Sunteți pe pagina 1din 2

Risk Management Federal Aviation

Decision Path Administration

Practical
Risk Management for
Night VFR Flying

Pilot
PERCEIVE HAZARDS Aircraft
associated with:
enVironment

External Factors

Consequences
Alternatives
PROCESS RISK LEVEL
by assessing: Reality
External Factors

Transfer
PERFORM RISK Eliminate
MANAGEMENT
by deciding whether to: Accept
Mitigate
rain. A VFR flight plan and VFR flight fol-
PURPOSE PRACTICES lowing are excellent practices for night
VFR. If the flight takes place above 5,000
Consider structuring a night training MSL, remind the pilot that oxygen can
Flying at night can be very or proficiency session as a short cross- help night vision.
enjoyable, if pilots under- country flight, with night takeoff and
stand the differences of landing practice at the destination air- 4. Descent/Approach: Be sure that
night flying and take the port. During each phase of the flight, the pilot understands the destination
necessary actions to pre- look for (or create) teachable moment airports runway layout and lighting.
pare for a safe flight. This scenarios that provide an opportunity Where is the rotating beacon in relation
guide suggests ways to teach risk man- to teach good risk management prac- to the runway or to terrain?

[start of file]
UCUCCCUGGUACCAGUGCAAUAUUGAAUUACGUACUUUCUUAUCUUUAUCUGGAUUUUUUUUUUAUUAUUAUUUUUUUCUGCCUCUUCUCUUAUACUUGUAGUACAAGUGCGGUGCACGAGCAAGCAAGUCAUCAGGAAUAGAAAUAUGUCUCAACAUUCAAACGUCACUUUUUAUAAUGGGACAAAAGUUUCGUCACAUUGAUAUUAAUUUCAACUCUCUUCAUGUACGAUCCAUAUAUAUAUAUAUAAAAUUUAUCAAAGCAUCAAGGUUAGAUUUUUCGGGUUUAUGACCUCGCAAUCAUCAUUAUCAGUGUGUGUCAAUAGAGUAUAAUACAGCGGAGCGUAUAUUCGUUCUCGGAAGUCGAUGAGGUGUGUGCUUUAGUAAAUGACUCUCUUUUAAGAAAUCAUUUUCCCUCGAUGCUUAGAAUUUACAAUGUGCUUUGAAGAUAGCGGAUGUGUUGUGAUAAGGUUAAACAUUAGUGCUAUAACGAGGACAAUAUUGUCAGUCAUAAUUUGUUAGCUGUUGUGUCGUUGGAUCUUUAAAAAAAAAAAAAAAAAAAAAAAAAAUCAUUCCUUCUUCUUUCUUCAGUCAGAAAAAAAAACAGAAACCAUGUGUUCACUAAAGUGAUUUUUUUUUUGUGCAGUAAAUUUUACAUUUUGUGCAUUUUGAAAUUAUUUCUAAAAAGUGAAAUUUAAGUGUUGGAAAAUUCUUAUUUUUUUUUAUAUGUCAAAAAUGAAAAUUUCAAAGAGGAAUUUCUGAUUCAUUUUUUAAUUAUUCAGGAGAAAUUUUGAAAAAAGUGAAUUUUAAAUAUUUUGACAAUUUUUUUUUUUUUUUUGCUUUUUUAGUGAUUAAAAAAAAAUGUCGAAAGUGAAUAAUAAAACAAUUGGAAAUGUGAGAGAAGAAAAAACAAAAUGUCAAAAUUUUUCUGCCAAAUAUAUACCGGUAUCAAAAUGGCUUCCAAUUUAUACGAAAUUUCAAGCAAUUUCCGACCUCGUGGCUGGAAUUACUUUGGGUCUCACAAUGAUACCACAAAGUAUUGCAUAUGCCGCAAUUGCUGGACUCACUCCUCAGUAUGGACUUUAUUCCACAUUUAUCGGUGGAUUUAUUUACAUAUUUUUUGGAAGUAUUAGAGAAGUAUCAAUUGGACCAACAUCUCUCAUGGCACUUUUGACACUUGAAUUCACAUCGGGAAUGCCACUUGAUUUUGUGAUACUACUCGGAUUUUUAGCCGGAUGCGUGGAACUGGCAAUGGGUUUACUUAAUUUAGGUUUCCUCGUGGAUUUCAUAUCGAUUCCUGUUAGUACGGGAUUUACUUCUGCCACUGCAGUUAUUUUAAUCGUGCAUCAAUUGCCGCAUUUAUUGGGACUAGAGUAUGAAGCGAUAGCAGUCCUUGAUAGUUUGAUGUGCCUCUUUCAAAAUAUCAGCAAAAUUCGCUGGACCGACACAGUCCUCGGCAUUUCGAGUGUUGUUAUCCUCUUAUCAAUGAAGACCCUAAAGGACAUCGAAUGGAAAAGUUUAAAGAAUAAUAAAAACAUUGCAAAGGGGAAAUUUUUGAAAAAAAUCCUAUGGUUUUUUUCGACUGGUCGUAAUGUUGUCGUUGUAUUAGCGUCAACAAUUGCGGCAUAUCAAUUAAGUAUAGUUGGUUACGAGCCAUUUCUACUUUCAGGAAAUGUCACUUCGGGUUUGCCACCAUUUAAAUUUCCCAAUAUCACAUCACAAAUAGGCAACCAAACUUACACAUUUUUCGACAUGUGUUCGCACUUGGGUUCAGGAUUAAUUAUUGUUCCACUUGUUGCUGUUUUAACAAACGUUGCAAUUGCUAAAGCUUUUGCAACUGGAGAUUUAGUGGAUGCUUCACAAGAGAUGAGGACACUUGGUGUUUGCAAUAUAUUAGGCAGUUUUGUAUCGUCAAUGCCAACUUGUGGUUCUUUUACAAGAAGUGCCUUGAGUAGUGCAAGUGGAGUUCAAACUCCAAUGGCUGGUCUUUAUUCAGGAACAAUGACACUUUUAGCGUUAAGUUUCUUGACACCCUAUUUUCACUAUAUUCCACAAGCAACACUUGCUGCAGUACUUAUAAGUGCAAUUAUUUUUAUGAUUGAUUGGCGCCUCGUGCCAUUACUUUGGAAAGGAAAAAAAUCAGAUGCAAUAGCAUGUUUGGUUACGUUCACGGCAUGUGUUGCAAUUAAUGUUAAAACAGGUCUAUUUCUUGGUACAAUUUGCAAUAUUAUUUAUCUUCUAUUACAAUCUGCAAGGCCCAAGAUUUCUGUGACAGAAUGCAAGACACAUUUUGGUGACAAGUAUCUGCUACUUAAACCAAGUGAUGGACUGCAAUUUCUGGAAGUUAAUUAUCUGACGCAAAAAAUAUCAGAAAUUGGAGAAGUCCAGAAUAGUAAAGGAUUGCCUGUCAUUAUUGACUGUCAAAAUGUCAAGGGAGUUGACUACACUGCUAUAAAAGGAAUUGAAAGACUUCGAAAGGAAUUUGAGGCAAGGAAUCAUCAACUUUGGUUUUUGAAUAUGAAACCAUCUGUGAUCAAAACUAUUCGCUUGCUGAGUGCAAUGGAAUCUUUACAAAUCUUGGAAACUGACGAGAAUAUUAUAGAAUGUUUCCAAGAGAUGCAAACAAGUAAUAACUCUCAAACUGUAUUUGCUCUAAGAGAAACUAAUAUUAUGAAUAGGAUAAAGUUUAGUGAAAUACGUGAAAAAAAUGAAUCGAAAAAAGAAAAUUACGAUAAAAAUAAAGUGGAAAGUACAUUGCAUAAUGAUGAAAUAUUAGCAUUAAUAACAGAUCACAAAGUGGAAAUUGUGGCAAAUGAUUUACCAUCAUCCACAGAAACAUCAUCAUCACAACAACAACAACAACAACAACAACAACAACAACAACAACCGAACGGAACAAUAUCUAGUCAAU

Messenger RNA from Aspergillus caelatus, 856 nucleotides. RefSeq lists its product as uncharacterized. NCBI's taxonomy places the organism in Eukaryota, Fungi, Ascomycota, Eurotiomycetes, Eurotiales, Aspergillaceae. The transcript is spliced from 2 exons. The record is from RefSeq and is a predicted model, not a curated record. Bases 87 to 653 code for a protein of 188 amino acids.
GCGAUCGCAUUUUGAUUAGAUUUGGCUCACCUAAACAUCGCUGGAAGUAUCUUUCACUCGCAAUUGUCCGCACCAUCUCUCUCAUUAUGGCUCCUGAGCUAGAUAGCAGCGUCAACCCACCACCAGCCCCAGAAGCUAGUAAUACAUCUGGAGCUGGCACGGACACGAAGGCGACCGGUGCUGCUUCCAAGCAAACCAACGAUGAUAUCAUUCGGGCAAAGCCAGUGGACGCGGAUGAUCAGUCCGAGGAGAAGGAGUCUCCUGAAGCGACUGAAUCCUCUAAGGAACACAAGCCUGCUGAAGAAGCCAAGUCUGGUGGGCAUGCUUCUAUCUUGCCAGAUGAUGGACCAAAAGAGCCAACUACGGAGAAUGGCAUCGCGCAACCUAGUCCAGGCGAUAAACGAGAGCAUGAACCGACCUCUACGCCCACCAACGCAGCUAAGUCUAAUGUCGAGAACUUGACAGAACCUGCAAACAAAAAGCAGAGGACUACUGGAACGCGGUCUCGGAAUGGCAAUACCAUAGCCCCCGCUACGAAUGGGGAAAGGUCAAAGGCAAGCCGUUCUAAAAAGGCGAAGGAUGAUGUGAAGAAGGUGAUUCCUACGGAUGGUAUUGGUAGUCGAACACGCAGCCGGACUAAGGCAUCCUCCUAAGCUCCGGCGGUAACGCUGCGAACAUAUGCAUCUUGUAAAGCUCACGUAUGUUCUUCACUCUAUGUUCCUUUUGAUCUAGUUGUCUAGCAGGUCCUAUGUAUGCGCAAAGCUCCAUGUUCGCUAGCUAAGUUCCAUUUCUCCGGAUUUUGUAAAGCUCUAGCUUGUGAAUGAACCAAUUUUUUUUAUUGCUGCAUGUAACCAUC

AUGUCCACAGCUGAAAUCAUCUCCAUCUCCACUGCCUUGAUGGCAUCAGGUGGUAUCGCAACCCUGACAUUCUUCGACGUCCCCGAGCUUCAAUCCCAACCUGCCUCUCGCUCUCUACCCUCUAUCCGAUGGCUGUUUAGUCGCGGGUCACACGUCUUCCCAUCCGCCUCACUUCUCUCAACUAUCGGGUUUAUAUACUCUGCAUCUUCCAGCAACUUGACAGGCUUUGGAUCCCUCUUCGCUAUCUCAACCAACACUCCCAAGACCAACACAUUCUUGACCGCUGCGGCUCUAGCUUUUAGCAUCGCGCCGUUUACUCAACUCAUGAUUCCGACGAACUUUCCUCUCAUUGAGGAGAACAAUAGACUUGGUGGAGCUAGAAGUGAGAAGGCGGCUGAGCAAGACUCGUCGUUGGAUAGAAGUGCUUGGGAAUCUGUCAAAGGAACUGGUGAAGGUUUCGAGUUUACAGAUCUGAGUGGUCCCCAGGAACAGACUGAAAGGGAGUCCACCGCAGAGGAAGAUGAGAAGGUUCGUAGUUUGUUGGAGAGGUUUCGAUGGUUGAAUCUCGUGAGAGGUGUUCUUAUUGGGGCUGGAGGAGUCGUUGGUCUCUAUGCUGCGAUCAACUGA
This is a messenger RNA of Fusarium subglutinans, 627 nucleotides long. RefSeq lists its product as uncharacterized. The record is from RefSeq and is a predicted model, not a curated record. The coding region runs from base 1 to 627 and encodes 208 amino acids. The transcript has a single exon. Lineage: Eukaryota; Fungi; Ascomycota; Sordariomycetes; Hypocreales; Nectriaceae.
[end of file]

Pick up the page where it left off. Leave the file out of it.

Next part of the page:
agement for safe VFR flying at night. tices for night VFR flying.
5. Landing/Parking: A new place can be
Sample Scenarios confusing in darkness, so teach the pilot
to keep a taxi diagram close by. During
PROFILE 1. Preflight: Ask the pilot to list hazards ground operations near other aircraft,
related to pilot (fatigue, night experi- do not use strobes or aim landing lights
ence), aircraft (working lights), environ- at other pilots.
Factors in night accidents often include ment (airport lighting, terrain), and ex-
errors in planning, decision-making, and ternal pressures (closing times). Stress Throughout the flight, ask the pilot to
risk management. Fatigue can contrib- the importance of a thorough preflight consider consequences of each deci-
ute to such errors. Its effects include: that includes checking all essential sion, list alternative actions, recognize
lights and reviewing the location of key the reality of the situation, and be sen-
circuit breakers. sitive to any external pressures that can
Channelized attention distract or drive an unsafe decision.
Poor judgment 2. Taxi/Takeoff: Simulate an electrical
Slowed reaction time failure during taxi to teach the impor-
Inattention tance of planning the taxi route, know-
Ease of distraction ing the airport layout, and positioning a
flashlight to illuminate the panel in case POSTFLIGHT
of electrical failure after takeoff. Use the
Other errors common in night VFR acci- Airport/Facility Directory to obtain the
dents include: correct frequencies for activating lights. Use the postflight discussion to ask
questions that let the pilot learn from
3. Enroute: Consider diverting the flight his or her decisions. For instance:
Lack of proper equipment (flash- due to simulated bad weather. Ask the
lights, batteries) pilot to select an alternate and explain What part(s) of the flight made you
Loss of situational awareness why it is a safe choice. Encourage use uncomfortable?
Problems with night vision of the Air Safety Foundations Terrain
Inadequate traffic scan Avoidance Planning tools, or carry IFR If you could change something you
Vulnerability to optical illusions enroute charts to help stay above ter- did, what would it be, and why?